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National, Oklahoma pipeline projects ongoing

In the four years since TransCanada proposed its Keystone XL project, companies have developed many alternatives, including other pipelines along with rail and barges.
by Adam Wilmoth Modified: January 4, 2014 at 12:12 am •  Published: January 5, 2014

As oil and natural gas production have boomed throughout the country, pipeline operators are struggling to catch up.

Much of the new activity is in areas like North Dakota and Ohio, where large-scale production pipeline infrastructure previously did not exist. In some parts of south Texas and western Oklahoma, new production has overwhelmed the available pipeline networks.

TransCanada's politically charged Keystone XL pipeline has attracted the attention of both environmental organizations and industry groups. The line would move crude from Canada's oil sands in Alberta to Cushing, where it would continue on to the Gulf Coast.

Five years after TransCanada announced plans for the pipeline, the Obama administration still has neither approved nor rejected the proposed line.

In the meantime, however, other options have sprung up.

Rail plays role

Producers in the area increasingly are turning to rail, which has connected North Dakota with refineries to the east and west, but has drawn scrutiny after train accidents and explosions over the past year.

Other pipeline projects also are planned or are underway.

Canada-based Enbridge Inc. has begun work on expanding its existing line that moves oil from the Chicago area and to Cushing and then to the Gulf Coast. Construction began in the fall on Enbridge's Flanagan South construction project, a 600-mile line from Chicago to Cushing.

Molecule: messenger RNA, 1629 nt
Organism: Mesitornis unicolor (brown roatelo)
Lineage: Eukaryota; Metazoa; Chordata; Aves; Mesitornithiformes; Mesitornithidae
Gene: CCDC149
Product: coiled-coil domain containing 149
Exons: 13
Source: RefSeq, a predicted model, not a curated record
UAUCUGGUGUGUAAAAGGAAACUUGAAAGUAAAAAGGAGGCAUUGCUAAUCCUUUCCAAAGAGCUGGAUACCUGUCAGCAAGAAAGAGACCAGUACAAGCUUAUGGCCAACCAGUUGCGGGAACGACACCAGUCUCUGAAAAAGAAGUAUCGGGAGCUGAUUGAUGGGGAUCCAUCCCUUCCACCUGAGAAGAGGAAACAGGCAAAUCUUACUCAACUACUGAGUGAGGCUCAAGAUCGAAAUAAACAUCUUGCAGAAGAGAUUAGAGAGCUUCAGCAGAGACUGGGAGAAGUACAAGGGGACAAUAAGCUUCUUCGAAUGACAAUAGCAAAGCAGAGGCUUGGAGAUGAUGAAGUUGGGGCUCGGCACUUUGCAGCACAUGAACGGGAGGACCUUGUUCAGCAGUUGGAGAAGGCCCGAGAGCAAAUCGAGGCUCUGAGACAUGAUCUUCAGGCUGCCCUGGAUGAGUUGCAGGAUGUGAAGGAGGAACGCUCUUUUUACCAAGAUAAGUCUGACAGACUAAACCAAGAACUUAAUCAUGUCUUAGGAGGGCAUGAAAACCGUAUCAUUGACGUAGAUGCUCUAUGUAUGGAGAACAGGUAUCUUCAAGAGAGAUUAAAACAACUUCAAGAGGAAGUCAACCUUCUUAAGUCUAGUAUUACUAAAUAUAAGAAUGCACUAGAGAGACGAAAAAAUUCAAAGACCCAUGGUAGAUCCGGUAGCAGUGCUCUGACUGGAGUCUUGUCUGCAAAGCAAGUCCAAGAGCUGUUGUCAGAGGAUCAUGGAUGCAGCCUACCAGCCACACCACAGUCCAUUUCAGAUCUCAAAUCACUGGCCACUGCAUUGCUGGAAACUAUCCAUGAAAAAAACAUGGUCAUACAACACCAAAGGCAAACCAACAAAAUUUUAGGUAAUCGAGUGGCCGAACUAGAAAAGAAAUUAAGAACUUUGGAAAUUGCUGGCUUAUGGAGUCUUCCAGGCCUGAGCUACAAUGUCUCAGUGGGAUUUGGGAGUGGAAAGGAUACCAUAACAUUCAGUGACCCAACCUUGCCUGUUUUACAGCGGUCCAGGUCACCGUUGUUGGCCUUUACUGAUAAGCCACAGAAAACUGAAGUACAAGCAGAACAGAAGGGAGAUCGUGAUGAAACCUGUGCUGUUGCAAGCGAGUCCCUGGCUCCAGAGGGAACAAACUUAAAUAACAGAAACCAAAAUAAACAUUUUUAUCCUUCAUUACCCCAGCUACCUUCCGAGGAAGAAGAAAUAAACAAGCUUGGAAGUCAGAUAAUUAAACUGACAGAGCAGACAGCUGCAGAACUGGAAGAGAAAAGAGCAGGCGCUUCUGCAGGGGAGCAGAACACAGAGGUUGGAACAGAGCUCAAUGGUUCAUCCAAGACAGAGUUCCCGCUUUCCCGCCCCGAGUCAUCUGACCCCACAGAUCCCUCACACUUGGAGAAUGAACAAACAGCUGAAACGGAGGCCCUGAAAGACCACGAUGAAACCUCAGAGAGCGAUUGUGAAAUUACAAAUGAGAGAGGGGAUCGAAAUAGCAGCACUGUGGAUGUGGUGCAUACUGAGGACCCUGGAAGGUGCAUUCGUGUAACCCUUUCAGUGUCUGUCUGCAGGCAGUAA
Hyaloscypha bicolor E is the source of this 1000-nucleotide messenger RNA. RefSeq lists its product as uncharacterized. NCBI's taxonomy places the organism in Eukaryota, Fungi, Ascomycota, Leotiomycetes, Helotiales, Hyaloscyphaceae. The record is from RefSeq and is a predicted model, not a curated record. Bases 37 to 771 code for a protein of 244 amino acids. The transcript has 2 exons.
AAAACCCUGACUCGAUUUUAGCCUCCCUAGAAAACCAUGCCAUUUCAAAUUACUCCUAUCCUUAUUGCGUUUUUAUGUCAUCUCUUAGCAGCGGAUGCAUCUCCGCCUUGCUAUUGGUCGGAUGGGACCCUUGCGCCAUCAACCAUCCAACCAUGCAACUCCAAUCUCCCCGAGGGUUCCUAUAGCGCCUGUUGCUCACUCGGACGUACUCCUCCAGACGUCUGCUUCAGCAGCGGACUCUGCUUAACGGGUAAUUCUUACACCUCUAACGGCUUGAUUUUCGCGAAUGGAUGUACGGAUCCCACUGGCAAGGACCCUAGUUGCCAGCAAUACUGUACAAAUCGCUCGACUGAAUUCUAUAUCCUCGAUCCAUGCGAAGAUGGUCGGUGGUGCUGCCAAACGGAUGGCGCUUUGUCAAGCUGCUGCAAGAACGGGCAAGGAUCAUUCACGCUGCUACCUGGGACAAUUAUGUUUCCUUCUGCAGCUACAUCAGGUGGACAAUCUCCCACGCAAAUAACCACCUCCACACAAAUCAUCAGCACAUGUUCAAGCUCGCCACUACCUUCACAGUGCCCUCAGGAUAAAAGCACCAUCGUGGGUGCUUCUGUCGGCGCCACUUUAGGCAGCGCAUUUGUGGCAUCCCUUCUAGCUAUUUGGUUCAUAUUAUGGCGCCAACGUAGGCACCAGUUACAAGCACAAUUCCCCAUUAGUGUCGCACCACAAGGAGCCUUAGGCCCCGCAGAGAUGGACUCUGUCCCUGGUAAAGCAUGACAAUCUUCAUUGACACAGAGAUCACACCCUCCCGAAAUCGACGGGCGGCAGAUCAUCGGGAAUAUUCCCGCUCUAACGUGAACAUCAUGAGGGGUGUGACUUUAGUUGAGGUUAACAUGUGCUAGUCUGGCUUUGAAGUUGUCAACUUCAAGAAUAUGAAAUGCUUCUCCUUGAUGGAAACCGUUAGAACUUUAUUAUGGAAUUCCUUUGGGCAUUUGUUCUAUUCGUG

With a capacity of 600,000 barrels per day, the new pipe will run mostly parallel to Enbridge's Spearhead line, which has capacity of 175,000 barrels per day.

“North America has an opportunity to be energy independent because of sources like Alberta and the Bakken,” Enbridge spokeswoman Lorraine Little said. “These are supplies that are secure and reliable. Customers and refiners want access to that reliable crude, which means they import less from Venezuela and OPEC.”

Environmental groups have opposed the pipeline projects, saying they increase the country's dependence on oil and pose environmental risks.

“We're in the business of trying to accelerate the pace at which America gets off oil,” said Michael Marx, director of the Sierra Club's Beyond Oil campaign. “Oil is such a major contributor to greenhouse gases, particularly in the United States. We're basically in the business of doing everything possible to make it economically more feasible to transfer clean energy.”

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by Adam Wilmoth
Energy Editor
Adam Wilmoth returned to The Oklahoman as energy editor in 2012 after working for four years in public relations. He previously spent seven years as a business reporter at The Oklahoman, including five years covering the state's energy sector....
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